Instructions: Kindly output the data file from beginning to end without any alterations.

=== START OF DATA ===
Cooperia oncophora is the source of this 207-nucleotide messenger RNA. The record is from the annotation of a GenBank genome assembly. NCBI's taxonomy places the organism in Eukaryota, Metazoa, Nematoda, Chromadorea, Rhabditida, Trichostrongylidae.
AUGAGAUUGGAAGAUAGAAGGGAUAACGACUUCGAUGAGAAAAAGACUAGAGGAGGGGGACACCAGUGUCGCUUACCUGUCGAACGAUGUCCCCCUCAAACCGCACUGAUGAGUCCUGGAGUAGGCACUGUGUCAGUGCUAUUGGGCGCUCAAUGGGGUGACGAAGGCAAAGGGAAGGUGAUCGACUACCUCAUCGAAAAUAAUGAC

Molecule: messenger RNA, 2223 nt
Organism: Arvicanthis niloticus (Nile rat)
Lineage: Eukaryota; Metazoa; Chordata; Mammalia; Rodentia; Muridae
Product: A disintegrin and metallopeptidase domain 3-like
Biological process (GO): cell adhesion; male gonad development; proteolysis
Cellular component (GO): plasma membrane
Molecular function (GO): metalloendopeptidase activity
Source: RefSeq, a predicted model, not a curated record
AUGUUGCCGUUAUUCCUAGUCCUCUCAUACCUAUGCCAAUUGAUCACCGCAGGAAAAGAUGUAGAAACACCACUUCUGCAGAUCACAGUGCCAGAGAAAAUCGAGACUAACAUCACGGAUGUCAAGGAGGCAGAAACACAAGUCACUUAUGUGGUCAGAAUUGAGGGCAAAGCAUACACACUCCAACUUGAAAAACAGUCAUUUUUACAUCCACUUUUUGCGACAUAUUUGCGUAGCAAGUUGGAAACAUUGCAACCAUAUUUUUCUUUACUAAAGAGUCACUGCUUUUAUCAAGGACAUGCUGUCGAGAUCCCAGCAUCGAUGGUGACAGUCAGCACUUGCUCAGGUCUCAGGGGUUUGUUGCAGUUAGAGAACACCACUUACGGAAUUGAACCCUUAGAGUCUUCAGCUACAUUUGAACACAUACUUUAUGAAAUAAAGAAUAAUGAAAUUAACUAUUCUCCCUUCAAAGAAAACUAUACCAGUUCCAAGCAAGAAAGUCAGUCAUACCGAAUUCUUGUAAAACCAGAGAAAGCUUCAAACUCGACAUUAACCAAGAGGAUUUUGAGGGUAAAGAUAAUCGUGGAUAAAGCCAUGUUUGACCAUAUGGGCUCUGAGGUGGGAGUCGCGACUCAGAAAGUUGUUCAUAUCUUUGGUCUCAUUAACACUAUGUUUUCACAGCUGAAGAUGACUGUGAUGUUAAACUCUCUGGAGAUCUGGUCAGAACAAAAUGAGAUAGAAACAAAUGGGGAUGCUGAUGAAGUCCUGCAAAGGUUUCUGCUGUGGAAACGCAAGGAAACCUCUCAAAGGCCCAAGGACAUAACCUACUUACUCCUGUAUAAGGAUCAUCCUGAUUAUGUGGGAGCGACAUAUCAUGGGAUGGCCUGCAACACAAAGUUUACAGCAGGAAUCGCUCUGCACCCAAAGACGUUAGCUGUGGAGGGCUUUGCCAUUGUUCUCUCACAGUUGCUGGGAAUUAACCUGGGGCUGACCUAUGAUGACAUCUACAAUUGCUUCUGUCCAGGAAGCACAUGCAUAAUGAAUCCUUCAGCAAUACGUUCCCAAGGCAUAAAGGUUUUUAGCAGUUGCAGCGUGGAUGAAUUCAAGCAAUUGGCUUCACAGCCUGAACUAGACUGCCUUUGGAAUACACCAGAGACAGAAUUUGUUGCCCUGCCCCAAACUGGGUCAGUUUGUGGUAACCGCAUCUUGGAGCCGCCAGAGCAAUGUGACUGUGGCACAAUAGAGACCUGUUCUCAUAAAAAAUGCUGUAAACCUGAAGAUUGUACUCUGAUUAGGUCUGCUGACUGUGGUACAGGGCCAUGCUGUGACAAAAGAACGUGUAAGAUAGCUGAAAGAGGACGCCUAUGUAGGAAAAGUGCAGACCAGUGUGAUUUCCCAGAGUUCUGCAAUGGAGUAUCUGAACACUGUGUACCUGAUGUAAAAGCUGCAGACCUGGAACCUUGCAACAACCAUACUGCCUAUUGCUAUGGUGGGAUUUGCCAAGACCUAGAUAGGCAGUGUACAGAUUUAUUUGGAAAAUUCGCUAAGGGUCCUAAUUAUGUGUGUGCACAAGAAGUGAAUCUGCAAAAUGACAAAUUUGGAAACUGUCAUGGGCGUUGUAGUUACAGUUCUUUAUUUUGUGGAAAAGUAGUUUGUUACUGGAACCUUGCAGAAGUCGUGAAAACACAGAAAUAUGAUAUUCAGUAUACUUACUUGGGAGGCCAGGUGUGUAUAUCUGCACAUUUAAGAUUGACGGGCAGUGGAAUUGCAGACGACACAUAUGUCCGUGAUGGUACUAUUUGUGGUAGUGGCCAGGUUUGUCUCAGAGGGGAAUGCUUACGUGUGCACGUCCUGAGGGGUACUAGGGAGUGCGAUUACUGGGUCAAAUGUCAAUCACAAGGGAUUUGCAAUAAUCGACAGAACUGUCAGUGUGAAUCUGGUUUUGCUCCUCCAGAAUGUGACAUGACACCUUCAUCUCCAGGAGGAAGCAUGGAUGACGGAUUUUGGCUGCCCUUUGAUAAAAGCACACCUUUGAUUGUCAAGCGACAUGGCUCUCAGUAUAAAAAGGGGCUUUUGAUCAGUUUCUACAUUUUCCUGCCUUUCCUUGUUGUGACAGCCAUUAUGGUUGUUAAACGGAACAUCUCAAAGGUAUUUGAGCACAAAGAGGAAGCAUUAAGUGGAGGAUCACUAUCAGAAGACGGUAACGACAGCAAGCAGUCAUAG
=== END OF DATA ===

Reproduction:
Cooperia oncophora is the source of this 207-nucleotide messenger RNA. The record is from the annotation of a GenBank genome assembly. NCBI's taxonomy places the organism in Eukaryota, Metazoa, Nematoda, Chromadorea, Rhabditida, Trichostrongylidae.
AUGAGAUUGGAAGAUAGAAGGGAUAACGACUUCGAUGAGAAAAAGACUAGAGGAGGGGGACACCAGUGUCGCUUACCUGUCGAACGAUGUCCCCCUCAAACCGCACUGAUGAGUCCUGGAGUAGGCACUGUGUCAGUGCUAUUGGGCGCUCAAUGGGGUGACGAAGGCAAAGGGAAGGUGAUCGACUACCUCAUCGAAAAUAAUGAC

Molecule: messenger RNA, 2223 nt
Organism: Arvicanthis niloticus (Nile rat)
Lineage: Eukaryota; Metazoa; Chordata; Mammalia; Rodentia; Muridae
Product: A disintegrin and metallopeptidase domain 3-like
Biological process (GO): cell adhesion; male gonad development; proteolysis
Cellular component (GO): plasma membrane
Molecular function (GO): metalloendopeptidase activity
Source: RefSeq, a predicted model, not a curated record
AUGUUGCCGUUAUUCCUAGUCCUCUCAUACCUAUGCCAAUUGAUCACCGCAGGAAAAGAUGUAGAAACACCACUUCUGCAGAUCACAGUGCCAGAGAAAAUCGAGACUAACAUCACGGAUGUCAAGGAGGCAGAAACACAAGUCACUUAUGUGGUCAGAAUUGAGGGCAAAGCAUACACACUCCAACUUGAAAAACAGUCAUUUUUACAUCCACUUUUUGCGACAUAUUUGCGUAGCAAGUUGGAAACAUUGCAACCAUAUUUUUCUUUACUAAAGAGUCACUGCUUUUAUCAAGGACAUGCUGUCGAGAUCCCAGCAUCGAUGGUGACAGUCAGCACUUGCUCAGGUCUCAGGGGUUUGUUGCAGUUAGAGAACACCACUUACGGAAUUGAACCCUUAGAGUCUUCAGCUACAUUUGAACACAUACUUUAUGAAAUAAAGAAUAAUGAAAUUAACUAUUCUCCCUUCAAAGAAAACUAUACCAGUUCCAAGCAAGAAAGUCAGUCAUACCGAAUUCUUGUAAAACCAGAGAAAGCUUCAAACUCGACAUUAACCAAGAGGAUUUUGAGGGUAAAGAUAAUCGUGGAUAAAGCCAUGUUUGACCAUAUGGGCUCUGAGGUGGGAGUCGCGACUCAGAAAGUUGUUCAUAUCUUUGGUCUCAUUAACACUAUGUUUUCACAGCUGAAGAUGACUGUGAUGUUAAACUCUCUGGAGAUCUGGUCAGAACAAAAUGAGAUAGAAACAAAUGGGGAUGCUGAUGAAGUCCUGCAAAGGUUUCUGCUGUGGAAACGCAAGGAAACCUCUCAAAGGCCCAAGGACAUAACCUACUUACUCCUGUAUAAGGAUCAUCCUGAUUAUGUGGGAGCGACAUAUCAUGGGAUGGCCUGCAACACAAAGUUUACAGCAGGAAUCGCUCUGCACCCAAAGACGUUAGCUGUGGAGGGCUUUGCCAUUGUUCUCUCACAGUUGCUGGGAAUUAACCUGGGGCUGACCUAUGAUGACAUCUACAAUUGCUUCUGUCCAGGAAGCACAUGCAUAAUGAAUCCUUCAGCAAUACGUUCCCAAGGCAUAAAGGUUUUUAGCAGUUGCAGCGUGGAUGAAUUCAAGCAAUUGGCUUCACAGCCUGAACUAGACUGCCUUUGGAAUACACCAGAGACAGAAUUUGUUGCCCUGCCCCAAACUGGGUCAGUUUGUGGUAACCGCAUCUUGGAGCCGCCAGAGCAAUGUGACUGUGGCACAAUAGAGACCUGUUCUCAUAAAAAAUGCUGUAAACCUGAAGAUUGUACUCUGAUUAGGUCUGCUGACUGUGGUACAGGGCCAUGCUGUGACAAAAGAACGUGUAAGAUAGCUGAAAGAGGACGCCUAUGUAGGAAAAGUGCAGACCAGUGUGAUUUCCCAGAGUUCUGCAAUGGAGUAUCUGAACACUGUGUACCUGAUGUAAAAGCUGCAGACCUGGAACCUUGCAACAACCAUACUGCCUAUUGCUAUGGUGGGAUUUGCCAAGACCUAGAUAGGCAGUGUACAGAUUUAUUUGGAAAAUUCGCUAAGGGUCCUAAUUAUGUGUGUGCACAAGAAGUGAAUCUGCAAAAUGACAAAUUUGGAAACUGUCAUGGGCGUUGUAGUUACAGUUCUUUAUUUUGUGGAAAAGUAGUUUGUUACUGGAACCUUGCAGAAGUCGUGAAAACACAGAAAUAUGAUAUUCAGUAUACUUACUUGGGAGGCCAGGUGUGUAUAUCUGCACAUUUAAGAUUGACGGGCAGUGGAAUUGCAGACGACACAUAUGUCCGUGAUGGUACUAUUUGUGGUAGUGGCCAGGUUUGUCUCAGAGGGGAAUGCUUACGUGUGCACGUCCUGAGGGGUACUAGGGAGUGCGAUUACUGGGUCAAAUGUCAAUCACAAGGGAUUUGCAAUAAUCGACAGAACUGUCAGUGUGAAUCUGGUUUUGCUCCUCCAGAAUGUGACAUGACACCUUCAUCUCCAGGAGGAAGCAUGGAUGACGGAUUUUGGCUGCCCUUUGAUAAAAGCACACCUUUGAUUGUCAAGCGACAUGGCUCUCAGUAUAAAAAGGGGCUUUUGAUCAGUUUCUACAUUUUCCUGCCUUUCCUUGUUGUGACAGCCAUUAUGGUUGUUAAACGGAACAUCUCAAAGGUAUUUGAGCACAAAGAGGAAGCAUUAAGUGGAGGAUCACUAUCAGAAGACGGUAACGACAGCAAGCAGUCAUAG